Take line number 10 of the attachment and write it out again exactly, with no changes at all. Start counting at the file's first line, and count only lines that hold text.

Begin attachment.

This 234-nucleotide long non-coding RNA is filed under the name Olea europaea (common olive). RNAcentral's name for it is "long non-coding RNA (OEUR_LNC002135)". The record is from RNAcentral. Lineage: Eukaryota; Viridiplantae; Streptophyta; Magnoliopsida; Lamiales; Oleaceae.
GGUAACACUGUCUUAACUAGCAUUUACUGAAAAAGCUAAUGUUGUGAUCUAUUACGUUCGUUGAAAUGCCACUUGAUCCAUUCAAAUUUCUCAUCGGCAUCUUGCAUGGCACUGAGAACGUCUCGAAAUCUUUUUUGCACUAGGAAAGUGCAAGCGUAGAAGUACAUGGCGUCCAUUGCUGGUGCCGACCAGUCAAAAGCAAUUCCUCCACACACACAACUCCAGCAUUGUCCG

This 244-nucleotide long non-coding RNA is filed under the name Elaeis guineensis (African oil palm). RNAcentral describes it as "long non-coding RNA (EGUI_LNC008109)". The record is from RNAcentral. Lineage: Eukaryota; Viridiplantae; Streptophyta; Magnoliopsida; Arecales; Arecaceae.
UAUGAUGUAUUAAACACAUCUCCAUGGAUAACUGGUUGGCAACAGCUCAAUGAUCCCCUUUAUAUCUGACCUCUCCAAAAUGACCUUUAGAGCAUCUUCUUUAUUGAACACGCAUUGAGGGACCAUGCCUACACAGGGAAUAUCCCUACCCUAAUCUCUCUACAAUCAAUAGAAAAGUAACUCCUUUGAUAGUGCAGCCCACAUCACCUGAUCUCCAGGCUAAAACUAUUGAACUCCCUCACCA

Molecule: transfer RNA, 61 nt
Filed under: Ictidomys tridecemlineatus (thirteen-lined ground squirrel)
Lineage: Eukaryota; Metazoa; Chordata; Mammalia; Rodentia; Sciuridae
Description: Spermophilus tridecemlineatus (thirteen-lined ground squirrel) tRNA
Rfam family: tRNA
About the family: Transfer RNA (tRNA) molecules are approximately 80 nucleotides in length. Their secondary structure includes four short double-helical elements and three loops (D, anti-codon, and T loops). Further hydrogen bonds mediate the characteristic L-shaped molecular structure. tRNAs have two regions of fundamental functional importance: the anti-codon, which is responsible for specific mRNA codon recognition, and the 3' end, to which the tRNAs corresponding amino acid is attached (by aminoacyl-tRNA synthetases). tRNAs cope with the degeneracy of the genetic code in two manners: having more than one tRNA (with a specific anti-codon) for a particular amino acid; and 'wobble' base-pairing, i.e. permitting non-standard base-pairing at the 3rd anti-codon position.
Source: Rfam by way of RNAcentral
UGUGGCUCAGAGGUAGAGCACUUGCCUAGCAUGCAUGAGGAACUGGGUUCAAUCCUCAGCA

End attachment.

About the family: Transfer RNA (tRNA) molecules are approximately 80 nucleotides in length. Their secondary structure includes four short double-helical elements and three loops (D, anti-codon, and T loops). Further hydrogen bonds mediate the characteristic L-shaped molecular structure. tRNAs have two regions of fundamental functional importance: the anti-codon, which is responsible for specific mRNA codon recognition, and the 3' end, to which the tRNAs corresponding amino acid is attached (by aminoacyl-tRNA synthetases). tRNAs cope with the degeneracy of the genetic code in two manners: having more than one tRNA (with a specific anti-codon) for a particular amino acid; and 'wobble' base-pairing, i.e. permitting non-standard base-pairing at the 3rd anti-codon position.